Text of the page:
Win Ng- Win Ng is a highly influential ceramic sculptor from the 1950’s through the 1990’s. His work was shown at the Braunstein Gallery. With his partner Spaulding Taylor, they founded the famous Taylor and Ng shops that featured art objects that were utilitarian as well as decorative.

Arthur Okamura- At the time that he and his parents were in the internment camp at a famous race track, there was a statue of Man o War, the famous race horse . Okamura at 8 years old would leap on the pedestal and ride the horse. Okamura was a successful Painter and teacher, his work was shown at Galleries in Chicago and the Braunstein Gallery San Francisco. He was a long time professor at the California College of Art.

Mary O’Neal- Mary O’Neal is an artist who taught at San Francisco Art Institute. She also served as a chairperson at the University of California Berkeley, Art Department. When she was a graduate student at Columbia University, living and working uptown; One day a large abstract painting at her studio was being criticized by some African American poets, for not being a solution to the problem At that moment, O’Neal turned around, looked at the poets while pointing at her painting which was covered with black pigment, and replied, is that black enough for you???!!!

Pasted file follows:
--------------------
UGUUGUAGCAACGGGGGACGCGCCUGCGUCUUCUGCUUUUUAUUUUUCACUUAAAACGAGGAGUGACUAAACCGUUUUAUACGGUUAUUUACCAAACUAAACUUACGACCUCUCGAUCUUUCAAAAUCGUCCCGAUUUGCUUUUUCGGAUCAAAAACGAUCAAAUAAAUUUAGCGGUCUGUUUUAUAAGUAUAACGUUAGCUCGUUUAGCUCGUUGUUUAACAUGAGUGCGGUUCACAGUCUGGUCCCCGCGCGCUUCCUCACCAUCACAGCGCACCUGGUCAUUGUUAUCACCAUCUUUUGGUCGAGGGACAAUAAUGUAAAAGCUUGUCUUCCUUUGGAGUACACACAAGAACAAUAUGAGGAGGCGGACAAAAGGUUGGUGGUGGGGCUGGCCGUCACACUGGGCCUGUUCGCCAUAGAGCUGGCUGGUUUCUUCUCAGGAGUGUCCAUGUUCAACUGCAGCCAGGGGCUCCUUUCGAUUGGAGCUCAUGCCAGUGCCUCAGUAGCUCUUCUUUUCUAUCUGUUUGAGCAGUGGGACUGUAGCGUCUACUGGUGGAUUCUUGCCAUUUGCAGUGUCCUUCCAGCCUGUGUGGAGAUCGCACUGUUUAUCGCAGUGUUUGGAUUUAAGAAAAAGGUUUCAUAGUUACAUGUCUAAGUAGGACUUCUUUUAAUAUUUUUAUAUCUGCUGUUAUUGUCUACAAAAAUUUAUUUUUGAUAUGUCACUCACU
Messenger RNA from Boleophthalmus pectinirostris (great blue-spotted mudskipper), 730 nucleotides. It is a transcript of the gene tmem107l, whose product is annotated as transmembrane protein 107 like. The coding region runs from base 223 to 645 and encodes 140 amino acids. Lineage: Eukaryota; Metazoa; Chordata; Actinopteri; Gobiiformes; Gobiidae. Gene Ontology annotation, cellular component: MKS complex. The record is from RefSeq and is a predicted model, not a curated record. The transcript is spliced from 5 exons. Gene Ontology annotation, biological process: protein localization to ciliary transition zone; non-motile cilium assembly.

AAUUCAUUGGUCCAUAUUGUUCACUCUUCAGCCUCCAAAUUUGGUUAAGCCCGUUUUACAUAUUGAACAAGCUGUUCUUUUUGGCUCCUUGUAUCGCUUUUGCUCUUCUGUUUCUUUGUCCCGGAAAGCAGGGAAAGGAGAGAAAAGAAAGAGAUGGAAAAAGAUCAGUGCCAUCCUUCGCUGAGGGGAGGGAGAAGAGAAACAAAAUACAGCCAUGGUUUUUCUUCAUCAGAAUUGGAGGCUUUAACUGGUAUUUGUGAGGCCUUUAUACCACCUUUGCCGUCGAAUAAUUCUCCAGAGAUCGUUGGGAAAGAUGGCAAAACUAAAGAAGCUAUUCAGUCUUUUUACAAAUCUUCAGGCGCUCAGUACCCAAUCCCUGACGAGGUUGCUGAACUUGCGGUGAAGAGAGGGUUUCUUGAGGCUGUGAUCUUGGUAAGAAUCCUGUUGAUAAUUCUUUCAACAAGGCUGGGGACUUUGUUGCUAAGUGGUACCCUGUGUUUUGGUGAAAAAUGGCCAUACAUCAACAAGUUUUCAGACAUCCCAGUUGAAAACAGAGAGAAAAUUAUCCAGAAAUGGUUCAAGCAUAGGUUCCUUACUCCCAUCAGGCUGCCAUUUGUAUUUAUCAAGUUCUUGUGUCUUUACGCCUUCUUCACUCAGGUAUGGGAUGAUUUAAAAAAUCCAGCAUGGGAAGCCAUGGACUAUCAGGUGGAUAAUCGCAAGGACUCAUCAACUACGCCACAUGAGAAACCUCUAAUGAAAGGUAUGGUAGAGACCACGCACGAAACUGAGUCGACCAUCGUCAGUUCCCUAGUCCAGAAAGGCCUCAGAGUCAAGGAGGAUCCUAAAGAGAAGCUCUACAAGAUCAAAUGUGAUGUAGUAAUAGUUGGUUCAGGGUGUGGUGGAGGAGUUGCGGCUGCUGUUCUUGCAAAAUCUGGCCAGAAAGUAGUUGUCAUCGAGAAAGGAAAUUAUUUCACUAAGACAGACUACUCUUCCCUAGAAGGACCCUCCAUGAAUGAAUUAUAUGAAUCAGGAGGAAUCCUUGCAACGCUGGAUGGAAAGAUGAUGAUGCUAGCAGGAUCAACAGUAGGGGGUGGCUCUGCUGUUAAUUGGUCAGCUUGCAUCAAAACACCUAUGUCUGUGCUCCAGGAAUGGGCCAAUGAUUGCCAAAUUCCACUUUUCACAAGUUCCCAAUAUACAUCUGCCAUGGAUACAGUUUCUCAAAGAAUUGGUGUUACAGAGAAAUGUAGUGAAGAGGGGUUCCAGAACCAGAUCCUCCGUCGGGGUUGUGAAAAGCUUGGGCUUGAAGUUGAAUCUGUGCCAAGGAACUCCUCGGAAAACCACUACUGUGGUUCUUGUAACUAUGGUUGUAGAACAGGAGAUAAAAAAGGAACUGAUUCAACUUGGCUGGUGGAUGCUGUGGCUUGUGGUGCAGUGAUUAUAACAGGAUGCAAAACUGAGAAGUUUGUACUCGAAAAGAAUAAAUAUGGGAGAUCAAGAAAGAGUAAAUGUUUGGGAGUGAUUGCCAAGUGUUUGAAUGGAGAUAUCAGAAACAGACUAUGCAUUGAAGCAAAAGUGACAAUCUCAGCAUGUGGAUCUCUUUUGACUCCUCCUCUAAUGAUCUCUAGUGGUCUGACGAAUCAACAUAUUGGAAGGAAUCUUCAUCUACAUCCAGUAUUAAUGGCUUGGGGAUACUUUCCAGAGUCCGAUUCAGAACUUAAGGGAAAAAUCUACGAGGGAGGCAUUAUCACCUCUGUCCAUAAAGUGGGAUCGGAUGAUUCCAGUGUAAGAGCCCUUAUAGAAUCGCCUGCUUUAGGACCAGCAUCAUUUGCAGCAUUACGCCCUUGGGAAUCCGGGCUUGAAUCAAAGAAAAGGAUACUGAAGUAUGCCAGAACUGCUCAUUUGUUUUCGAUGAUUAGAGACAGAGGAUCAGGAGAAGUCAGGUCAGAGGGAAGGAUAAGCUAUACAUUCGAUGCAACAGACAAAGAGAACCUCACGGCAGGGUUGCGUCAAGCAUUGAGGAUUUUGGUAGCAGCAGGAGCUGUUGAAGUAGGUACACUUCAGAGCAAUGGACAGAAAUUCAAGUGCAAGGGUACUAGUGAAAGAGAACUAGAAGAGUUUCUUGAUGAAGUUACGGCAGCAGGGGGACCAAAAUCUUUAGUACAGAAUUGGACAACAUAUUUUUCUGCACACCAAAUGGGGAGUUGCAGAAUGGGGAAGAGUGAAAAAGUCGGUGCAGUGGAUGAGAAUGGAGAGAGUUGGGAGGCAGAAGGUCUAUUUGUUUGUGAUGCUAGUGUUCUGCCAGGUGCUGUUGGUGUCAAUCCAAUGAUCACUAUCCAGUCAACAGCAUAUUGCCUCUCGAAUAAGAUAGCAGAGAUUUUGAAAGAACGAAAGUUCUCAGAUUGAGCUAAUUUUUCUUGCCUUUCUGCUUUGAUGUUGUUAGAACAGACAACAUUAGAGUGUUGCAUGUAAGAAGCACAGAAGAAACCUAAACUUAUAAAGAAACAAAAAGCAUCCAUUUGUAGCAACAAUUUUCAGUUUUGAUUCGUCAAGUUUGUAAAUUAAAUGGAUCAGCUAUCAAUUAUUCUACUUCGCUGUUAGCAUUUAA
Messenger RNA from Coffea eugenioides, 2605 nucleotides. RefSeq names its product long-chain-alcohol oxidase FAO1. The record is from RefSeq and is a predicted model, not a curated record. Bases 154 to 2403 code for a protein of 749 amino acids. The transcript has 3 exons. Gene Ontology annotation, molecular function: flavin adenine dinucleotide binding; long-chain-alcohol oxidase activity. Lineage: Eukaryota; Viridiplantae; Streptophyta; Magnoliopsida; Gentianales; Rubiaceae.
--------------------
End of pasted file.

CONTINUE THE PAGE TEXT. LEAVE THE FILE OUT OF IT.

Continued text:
Joe Overstreet-Joe Overstreet is currently a director of a non-profit gallery in the Bronx in New York. When he lived in San Francisco in the 1950’s-1960’s, he was a painter and a player in the North Beach Beat scene.

Deborah Remington-Was a co-founder of the legendary Six gallery here in San Francisco in the 1950’s. In the mid fifties she hitch hiked all around Asia by herself, learned calligraphy, taught the use of American slang at a Tokyo university, and starred in several Japanese noir films. became a teacher at SFAI. Later in the 1960’s she had four solo exhibitions at the Bykert Gallery in New York.

Gustavo Rivera- Gustavo Rivera is originally from Mexico, His work has been exhibited internationally and locally. He has exhibited with the Freedman Hackett Gallery in San Francisco and Paula Kirkeby in Palo Alto, California

Barbara Rogers- Barbara Rogers work is widely exhibited nationally and internationally. She has recently retired from University of Arizona. B.Roger’s work and persona have always been honest , open, detailed and professional. I can remember when she became chair of the Painting Department at SFAI, how the undercurrent of critical departmental situations would always become “boys vs girls”.